The PC side of things is a slightly hairier proposition, given that there’s a minimum $20 entry cost—and I’ve recently complained about retail-priced games that include obvious free-to-play hooks. Fall Guys smothers its interface with reminders that you can pay real money to change your blobby character’s “completely optional” cosmetics, and in this game’s case, the combination of impressive outfit designs and massive crowds of fellow players means you’re always getting slapped with the potential FOMO of not having a cool outfit.
In good news, you can’t pay for the game’s “season pass” of earnable outfits. The season pass offers a solid range of silly outfit options, along with enough in-game currency to buy custom outfits from a store’s rotating selection of outfits, pants, colors, and tattoo-like patterns. Importantly, on all platforms, certain cosmetics can only be purchased by getting first place in any 60-strong competition round, which gives winning players a single “crown” of currency. (Right now, rare outfit pieces cost up to five crowns a pop.)
As such, on PC, you’re essentially prebuying a F2P game’s season-pass content in perpetuity, instead of jumping in for free and then later deciding whether to buy into that stuff. The game in question has to be good enough for me to recommend such an option, especially when it prods players to possibly open their wallets and join the outfit-purchase frenzy. When played with a group of friends, Fall Guys exceeds that threshold.
It’s dangerous to Fall alone
When you party with up to three other friends, you’ll matchmake into the same 60-strong session, and everyone in your party will be marked by a small icon. That means you can either leave them alone or inflict friendly hazing. Once anyone in the party is knocked out of a round, they can either hang around and spectate, or they can quit and play a separate session by themselves. I heartily recommend that friends stick together whenever possible, even if that means your entire party force-quits because someone loses in the first round. I recommend this because the game’s lengthy rounds include ample opportunities for get-pumped banter and holy-cow shrieks of delight or frustration.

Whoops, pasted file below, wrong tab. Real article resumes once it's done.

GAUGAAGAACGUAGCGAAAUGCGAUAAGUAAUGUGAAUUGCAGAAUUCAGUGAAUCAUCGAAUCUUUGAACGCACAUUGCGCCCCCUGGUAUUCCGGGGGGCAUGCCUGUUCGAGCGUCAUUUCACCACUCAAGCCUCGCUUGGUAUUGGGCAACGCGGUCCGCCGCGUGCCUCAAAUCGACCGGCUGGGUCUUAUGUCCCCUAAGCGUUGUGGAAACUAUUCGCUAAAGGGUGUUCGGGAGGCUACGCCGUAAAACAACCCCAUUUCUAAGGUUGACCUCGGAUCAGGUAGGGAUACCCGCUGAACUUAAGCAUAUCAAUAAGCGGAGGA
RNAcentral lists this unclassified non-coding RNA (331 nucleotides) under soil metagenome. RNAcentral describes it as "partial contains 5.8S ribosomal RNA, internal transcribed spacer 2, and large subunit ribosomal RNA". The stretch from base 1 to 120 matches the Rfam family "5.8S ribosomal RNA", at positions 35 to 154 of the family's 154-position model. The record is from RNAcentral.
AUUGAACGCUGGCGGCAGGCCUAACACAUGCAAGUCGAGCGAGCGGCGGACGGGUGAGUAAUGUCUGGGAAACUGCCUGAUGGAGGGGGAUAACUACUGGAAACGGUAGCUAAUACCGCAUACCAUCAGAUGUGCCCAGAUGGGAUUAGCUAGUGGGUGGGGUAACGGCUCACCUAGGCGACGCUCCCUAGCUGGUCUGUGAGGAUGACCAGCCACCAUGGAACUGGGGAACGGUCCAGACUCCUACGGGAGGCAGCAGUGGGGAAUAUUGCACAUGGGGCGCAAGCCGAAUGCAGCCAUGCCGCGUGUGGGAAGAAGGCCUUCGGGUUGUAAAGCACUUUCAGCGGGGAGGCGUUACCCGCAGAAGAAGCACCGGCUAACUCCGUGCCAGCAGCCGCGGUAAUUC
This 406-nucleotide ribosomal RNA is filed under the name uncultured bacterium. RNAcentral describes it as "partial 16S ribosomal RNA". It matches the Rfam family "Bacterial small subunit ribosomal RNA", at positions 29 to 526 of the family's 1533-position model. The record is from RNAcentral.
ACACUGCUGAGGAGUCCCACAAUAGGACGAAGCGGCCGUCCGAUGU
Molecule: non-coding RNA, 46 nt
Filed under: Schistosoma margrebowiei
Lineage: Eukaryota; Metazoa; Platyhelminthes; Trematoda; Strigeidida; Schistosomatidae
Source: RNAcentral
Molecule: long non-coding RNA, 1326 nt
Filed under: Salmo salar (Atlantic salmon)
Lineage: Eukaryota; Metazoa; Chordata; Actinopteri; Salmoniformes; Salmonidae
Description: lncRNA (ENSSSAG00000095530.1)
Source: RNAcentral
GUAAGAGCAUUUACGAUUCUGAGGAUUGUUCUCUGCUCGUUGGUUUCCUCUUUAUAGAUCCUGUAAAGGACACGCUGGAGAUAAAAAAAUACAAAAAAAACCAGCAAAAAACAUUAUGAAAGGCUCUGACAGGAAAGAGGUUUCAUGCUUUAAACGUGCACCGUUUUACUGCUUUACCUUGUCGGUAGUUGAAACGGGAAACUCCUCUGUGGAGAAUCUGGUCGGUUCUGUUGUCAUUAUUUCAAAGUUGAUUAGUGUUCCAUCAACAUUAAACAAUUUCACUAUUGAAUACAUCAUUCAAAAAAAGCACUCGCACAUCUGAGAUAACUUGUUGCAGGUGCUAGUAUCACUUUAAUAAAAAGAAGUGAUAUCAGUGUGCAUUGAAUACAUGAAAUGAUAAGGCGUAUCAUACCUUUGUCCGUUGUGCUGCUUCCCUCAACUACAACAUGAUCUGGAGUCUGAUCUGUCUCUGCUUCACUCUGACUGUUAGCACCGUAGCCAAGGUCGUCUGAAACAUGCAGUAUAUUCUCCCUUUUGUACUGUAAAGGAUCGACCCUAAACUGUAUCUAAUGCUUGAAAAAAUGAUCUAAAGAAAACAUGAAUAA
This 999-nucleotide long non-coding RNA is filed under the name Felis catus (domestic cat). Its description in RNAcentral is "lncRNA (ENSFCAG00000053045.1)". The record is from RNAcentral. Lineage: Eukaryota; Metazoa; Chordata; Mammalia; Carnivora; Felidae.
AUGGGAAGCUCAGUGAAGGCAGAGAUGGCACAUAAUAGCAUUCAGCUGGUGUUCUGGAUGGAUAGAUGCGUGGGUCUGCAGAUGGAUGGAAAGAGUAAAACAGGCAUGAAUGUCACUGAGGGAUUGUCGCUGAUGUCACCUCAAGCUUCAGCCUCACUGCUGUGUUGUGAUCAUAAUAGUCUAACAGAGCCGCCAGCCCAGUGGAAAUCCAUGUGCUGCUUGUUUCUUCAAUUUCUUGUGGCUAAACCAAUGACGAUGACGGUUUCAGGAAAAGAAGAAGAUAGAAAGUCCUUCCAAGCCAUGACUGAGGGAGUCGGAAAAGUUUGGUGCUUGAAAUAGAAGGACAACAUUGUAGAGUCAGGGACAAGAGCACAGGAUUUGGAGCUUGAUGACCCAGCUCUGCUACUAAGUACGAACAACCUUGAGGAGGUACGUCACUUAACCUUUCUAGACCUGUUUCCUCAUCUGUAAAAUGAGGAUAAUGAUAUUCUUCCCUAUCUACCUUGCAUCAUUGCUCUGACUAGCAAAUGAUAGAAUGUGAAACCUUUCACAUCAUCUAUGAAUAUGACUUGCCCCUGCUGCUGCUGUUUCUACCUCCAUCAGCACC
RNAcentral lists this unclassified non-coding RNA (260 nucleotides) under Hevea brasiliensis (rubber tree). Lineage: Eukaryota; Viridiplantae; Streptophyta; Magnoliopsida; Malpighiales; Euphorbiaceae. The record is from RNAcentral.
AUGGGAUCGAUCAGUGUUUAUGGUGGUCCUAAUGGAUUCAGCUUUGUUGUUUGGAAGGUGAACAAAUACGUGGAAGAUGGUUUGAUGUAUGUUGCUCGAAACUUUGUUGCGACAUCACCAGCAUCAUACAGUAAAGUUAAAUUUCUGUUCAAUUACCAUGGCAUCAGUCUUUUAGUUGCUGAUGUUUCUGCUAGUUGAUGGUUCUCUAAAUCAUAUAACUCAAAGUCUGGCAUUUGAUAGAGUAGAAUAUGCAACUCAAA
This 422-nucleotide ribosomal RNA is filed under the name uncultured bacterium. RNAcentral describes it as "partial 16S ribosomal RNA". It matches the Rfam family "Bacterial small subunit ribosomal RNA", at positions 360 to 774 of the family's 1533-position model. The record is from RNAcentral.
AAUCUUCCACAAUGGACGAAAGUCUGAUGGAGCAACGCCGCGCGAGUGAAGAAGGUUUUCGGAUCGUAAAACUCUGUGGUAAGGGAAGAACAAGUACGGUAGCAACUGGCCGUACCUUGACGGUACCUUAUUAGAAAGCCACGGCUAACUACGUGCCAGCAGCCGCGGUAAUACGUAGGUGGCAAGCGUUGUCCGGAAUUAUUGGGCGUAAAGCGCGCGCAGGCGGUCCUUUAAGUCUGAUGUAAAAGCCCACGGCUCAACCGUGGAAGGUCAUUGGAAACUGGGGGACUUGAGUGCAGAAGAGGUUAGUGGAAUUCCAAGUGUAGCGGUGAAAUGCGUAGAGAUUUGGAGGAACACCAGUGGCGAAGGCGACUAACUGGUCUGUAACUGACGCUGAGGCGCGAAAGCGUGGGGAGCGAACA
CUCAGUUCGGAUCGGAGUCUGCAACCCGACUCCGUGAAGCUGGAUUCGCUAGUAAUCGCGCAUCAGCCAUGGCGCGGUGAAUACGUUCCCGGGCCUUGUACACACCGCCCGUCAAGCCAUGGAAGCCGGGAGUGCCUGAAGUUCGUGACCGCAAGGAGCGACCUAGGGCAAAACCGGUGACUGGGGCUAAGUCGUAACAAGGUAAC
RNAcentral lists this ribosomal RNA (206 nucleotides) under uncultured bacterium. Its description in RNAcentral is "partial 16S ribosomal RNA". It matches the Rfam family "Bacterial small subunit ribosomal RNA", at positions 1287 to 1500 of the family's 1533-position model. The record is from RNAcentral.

I haven’t had this much fun with friends in an online game in all of 2020, so long as everyone was connected with mics (usually via a third-party app like Discord). Fall Guys is even more fun when the entire group sticks around while a single party member survives into the final round and everyone else spectates and cheers them on. Viewers can each switch camera angles to follow other competitors and offer play-by-play commentary of the ensuing chaos as six to 10 people vie for that lucrative end-of-match crown.
Solo is so-so
The same simply cannot be said for solo play, however. Many of Fall Guys‘ minigames revolve around last-second BS, quite honestly, where a round’s prior two or three minutes are completely meaningless thanks to a random, perfectly timed confluence of factors. I’ve taken to calling this minigame “F*** You: The Video Game” due to how an entire round of “good” play can go sideways thanks to someone sneaking up and stealing a tail or blocking your path to pushing a ball into a goal. Moments like these are tolerable and even delightful when shared among friends. Playing alone—when it’s just you, a mass of silent opponents, and a wacky physics engine—doesn’t make room for healthy, fun reactions.
Hence, I only play Fall Guys: Ultimate Knockout when at least one friend is available—and ever since the game’s retail launch, I’ve been fortunate to have friends ping me on a pretty regular basis, asking if I can drop everything I’m doing and rack up a few rounds. I did that so many times this week that, if I’m being frank, writing this review was the only way to not get in trouble with Ars management. I didn’t respond to messages, emails, and calls quickly the past few days, boss, because I was, er, working on this review. And loving it.
Verdict: A must-play if you already subscribe to PlayStation Plus. A hearty party-game recommendation if you can convince online friends to join in. A tough sell for loners or couch co-op players.